Small Number is a young boy who gets into a lot of mischief. He lives in a small village by the water with his mother and father. It is a crisp autumn day and Small Number is helping his father to prepare the nets for tomorrow’s salmon harvest. “There is a school of salmon by Straight Line Beach. We need to set our net in the morning while the tide is still high,” says Small Number’s father...
Small Number is a young boy who gets into a lot of mischief. He lives in a big city with his mother and his older sister Perfect Number. Every Sunday afternoon, Small Number does his math homework. When he has trouble with math, he usually asks his sister for help. But this Sunday he has a geometry problem that looks very difficult and he decides to ask his cousin, Full Angle, who studies mathematics at the university.
Small Number is a young boy who gets into a lot of mischief. Twice a week, after school, he goes with his friends to the Aboriginal Friendship Centre. There the boys first have a snack and then they do mathematics for half an hour. Sometimes they do algebra in their workbooks, but usually they play mathematical games. They also love playing basketball in the Centre’s gym and wish to enter a tournaments. Small Number demonstrates how a basic understanding of combinatorics can help in all aspects of life, even basketball!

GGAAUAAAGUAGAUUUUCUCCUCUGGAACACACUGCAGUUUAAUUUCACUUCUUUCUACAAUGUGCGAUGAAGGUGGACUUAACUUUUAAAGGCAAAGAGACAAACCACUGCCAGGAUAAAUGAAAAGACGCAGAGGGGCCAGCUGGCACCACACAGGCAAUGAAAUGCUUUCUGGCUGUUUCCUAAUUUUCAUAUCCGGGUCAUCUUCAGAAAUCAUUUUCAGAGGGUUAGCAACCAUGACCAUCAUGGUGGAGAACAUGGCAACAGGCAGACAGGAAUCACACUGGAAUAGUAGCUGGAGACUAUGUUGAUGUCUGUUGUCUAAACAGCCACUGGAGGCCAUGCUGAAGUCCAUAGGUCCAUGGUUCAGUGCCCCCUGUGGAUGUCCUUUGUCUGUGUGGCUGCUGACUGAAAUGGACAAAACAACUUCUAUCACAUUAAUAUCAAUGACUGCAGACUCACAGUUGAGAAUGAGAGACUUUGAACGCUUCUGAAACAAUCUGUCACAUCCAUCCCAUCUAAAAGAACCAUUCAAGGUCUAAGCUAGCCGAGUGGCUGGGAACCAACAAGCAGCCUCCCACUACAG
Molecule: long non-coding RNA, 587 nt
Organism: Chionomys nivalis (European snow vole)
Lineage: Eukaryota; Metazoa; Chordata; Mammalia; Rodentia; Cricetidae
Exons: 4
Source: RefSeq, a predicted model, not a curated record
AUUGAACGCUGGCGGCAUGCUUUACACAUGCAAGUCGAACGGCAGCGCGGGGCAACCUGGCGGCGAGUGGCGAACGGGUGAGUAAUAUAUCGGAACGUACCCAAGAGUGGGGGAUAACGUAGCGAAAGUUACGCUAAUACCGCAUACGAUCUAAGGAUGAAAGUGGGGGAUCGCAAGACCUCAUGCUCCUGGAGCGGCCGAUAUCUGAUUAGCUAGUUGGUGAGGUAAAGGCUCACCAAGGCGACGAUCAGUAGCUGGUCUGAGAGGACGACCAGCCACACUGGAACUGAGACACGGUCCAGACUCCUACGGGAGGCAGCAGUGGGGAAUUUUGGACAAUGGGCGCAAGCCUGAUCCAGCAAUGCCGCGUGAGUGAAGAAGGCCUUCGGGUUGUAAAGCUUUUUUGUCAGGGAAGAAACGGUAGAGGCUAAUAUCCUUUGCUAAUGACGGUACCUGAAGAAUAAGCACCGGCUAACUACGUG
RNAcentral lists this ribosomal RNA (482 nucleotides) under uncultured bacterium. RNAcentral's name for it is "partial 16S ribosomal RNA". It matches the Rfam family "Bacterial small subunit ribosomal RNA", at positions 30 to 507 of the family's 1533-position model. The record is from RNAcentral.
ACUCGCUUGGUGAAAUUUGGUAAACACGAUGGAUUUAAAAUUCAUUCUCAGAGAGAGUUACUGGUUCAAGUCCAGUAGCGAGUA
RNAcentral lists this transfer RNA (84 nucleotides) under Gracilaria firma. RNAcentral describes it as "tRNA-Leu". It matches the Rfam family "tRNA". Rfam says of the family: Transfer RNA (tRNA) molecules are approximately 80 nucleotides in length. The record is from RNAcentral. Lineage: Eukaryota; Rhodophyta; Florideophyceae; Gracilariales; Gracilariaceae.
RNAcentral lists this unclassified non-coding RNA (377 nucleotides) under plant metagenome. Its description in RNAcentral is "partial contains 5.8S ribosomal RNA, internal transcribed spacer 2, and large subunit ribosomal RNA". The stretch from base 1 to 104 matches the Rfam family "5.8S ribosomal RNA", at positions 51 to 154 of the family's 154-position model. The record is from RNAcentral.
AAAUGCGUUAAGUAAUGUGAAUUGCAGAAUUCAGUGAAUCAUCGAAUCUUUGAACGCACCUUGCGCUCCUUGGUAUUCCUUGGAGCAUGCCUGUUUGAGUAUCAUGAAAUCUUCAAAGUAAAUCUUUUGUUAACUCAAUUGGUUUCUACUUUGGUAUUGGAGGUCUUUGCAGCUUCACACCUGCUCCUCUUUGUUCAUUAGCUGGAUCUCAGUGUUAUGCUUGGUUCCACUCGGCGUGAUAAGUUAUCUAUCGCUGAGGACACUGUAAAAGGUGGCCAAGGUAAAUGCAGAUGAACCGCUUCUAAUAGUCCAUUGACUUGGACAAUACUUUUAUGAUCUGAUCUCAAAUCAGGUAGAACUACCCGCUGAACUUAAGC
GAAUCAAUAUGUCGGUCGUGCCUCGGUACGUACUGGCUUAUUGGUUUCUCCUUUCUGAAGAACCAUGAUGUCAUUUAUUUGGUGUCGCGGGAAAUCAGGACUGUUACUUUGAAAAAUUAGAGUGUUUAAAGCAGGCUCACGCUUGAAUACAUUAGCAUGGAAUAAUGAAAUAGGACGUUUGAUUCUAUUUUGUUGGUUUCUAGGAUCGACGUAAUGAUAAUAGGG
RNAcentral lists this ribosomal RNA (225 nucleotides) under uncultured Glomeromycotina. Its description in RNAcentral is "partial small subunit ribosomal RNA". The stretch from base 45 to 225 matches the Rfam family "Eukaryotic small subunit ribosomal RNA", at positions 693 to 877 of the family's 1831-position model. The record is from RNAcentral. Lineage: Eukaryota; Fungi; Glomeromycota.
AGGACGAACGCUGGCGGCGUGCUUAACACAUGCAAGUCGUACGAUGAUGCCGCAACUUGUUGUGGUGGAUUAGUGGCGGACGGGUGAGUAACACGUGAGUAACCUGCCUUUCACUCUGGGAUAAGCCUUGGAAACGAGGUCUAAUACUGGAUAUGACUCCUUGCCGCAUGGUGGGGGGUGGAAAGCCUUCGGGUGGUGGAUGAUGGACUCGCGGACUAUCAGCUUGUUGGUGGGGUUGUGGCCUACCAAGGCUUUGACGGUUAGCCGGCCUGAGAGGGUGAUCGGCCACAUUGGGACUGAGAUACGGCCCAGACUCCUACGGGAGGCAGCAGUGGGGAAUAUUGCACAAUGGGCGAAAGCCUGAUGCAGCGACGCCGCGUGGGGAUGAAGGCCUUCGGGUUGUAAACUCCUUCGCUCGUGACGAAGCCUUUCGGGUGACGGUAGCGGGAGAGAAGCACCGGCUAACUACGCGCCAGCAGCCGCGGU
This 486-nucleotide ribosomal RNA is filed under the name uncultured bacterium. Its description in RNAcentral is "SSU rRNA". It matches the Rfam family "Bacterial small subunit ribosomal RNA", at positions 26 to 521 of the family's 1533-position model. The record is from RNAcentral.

In Small Number and the Old Canoe mathematics is present throughout the story with the hope that this experience will make at least some members of our young audience, with the moderator’s help, recognize more mathematics around them in their everyday lives. We use terms like smooth, shape, oval, and surface, and mathematical phraseology like, It must be at least a hundred years old, the artist skillfully presents reflection (symmetry) of trees in water, and so on. The idea behind this approach is to give the moderator a few openings to introduce or emphasize various mathematical objects, concepts, and terminology. The short film is a little math suspense story and our question is related only to one part of it. The aim of the question is to lead to an introduction at an intuitive level of the concept of a function and the essence of the principle of inclusion-exclusion as a counting technique. The authors would also like to give their audience an opportunity to appreciate that in order to understand a math question, one often needs to read (or in this case, watch) a problem more than once.
The first story, Small Number Counts to 100 was inspired by narration from Ms. Rina Sinclair of the Siksika Nation. The story can be shown to elementary school students as a counting practice/puzzle or as a pattern recognition problem. For high school students it can be a way to introduce arithmetic progressions, modular addition, or an idea of number systems with a base different than 10.